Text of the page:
In what has become more and more common in recent years, a New Jersey court recently had to decide whether to allow a plaintiff to serve a defendant over Facebook rather than in person or through other more traditional means. In 252 Main NM, LLC v. John R. Heywang, Lauran Heywang, and American Express Centurion Bank, the trial court’s ruling was a mix of the old and the new. It held that plaintiff could serve defendant via Facebook, but that plaintiff also had to serve defendant via publication in a local newspaper.
In 252 Main, plaintiff sued defendant to foreclose on a tax lien. Plaintiff’s counsel attempted to locate defendant’s address so it could serve him with the complaint. Counsel performed an internet search for defendant’s address; arranged for a skip trace search; submitted an Open Records Act request for defendant’s voter registration records; and submitted an inquiry to the New Jersey Motor Vehicle Commission. All of these efforts yielded the same address in Teaneck, New Jersey. Defendant owned that property at one time, but lost it to foreclosure in June 2018 and was evicted in January 2019.
“Having exhausted traditional modes to locate defendant,” plaintiff’s counsel turned to social media. He located a Facebook account for defendant, which included pictures of defendant. The Facebook page indicated that defendant was from Teaneck and was living in Cancun. But defendant’s only post on the page was from January 2016.
After discovering the Facebook page, plaintiff’s counsel sent a copy of the summons and complaint to defendant through Facebook Messenger. Counsel also texted the summons and complaint to a cell phone number defendant had previously provided to his counsel, and to three email addresses for defendant that plaintiff’s counsel located on Spokeo.com. Counsel received notification that one email was rejected, but the other efforts – through Facebook, text, and email – yielded neither a rejection nor a response.
After the fact, plaintiff asked the court to deem service by Facebook Messenger, text, and email complete and to permit service of process in the future to be made in the same manner. .
Under New Jersey law, personal service on a defendant is the primary method of obtaining jurisdiction over that defendant. When this is impossible despite “diligent inquiry” into a defendant’s whereabouts, then other methods can be used, including service by mail outside of the State, publication of a notice in a newspaper in the county where the case is venued, or any other method approved by a court.
In 252 Main, the court acknowledged that counsel had “exercised all reasonable means to determine defendant’s whereabouts, thereby satisfying the ‘diligent inquiry’ standard.” The question was whether service by Facebook, text, and email was a better option than service by publication in a local newspaper.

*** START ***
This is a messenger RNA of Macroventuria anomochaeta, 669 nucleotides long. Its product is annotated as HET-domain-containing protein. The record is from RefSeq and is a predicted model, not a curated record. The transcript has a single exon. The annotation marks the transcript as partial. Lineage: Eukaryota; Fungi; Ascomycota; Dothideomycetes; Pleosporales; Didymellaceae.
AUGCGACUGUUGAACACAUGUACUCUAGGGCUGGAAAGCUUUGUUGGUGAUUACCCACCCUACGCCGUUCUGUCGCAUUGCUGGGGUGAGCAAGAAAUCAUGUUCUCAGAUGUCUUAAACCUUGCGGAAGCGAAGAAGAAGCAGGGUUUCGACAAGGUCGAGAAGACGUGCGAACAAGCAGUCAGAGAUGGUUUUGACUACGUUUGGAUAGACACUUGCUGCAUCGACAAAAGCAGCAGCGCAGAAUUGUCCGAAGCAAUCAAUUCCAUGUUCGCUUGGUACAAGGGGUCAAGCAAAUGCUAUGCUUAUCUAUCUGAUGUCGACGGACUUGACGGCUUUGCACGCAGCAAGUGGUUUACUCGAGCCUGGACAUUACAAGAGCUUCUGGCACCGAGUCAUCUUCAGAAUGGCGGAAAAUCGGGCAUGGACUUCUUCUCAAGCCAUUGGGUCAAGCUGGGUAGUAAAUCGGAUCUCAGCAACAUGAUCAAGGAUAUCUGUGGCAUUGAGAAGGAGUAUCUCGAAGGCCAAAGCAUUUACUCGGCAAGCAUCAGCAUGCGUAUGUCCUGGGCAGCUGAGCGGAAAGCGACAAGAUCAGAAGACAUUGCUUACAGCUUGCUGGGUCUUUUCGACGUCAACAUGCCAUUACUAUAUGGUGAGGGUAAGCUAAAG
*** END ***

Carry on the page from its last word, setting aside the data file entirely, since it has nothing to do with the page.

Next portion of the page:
To resolve this issue, the court looked to two prior decisions, one involving attempted service via email and one involving service via Facebook. (I wrote about the Facebook case here.)
In the case involving service by email, Modan v. Modan, plaintiff moved for permission to serve defendant, who lived in Pakistan, by publication. But plaintiff failed to mention in his certification of diligent inquiry, that he regularly communicated with defendant by email. The court criticized him for this, and ruled that he should have served both by publication and email because the latter would have provided “actual notice to defendant in addition to the jurisdictional requirement of service by publication.”
In the case involving service by Facebook, K.A. v. J.L, plaintiffs, the parents of a minor child, sought to prevent defendant from communicating with them or their child on Facebook. Plaintiffs tried to serve defendant via certified mail, but the mailings were returned undelivered. Because defendant was active on Facebook and because social media was the “sole conduit[ ] of the purported harm,” the court permitted plaintiffs to serve defendant via Facebook.
In 252 Main, the court distinguished both of these cases. First, it held that defendant was not active on Facebook, unlike the defendant in K.A., so there was no reason to conclude that “service by this mode alone would be effective.” And, in Modan, service by email was “guaranteed to be effective” because plaintiff and defendant had communicated regularly by email. That was not the case in 252 Main, where plaintiff and defendant never communicated by email. Unlike these two cases, the communications by Facebook and email in 252 Main were “a one-way street.”
And, unlike those two cases, there was some evidence that defendant in 252 Main “visits or resides, or otherwise maintains contacts in the State of New Jersey.” He lived in Teanack as recently as January 2019 and paid to restore his New Jersey driver’s license in June 2019.
Based on all of this, the court concluded:
In sum, it is almost certain that secondary service of process by social media will, in the near future, be the norm rather than the exception. Yet, it is equally certain due process will require such service to comport with the “reasonably calculated, under all circumstances, to apprise,” standard . . . Given the facts in this matter, the court cannot conclude plaintiff’s service of the summons and complaint through social media alone satisfies defendant’s due process rights.
Therefore, the court held that service should be made by publication in a local newspaper, and through Facebook Messenger. And, “until defendant acknowledged service and provides a mailing address, subsequent pleadings and documents shall be served by Facebook Messenger.”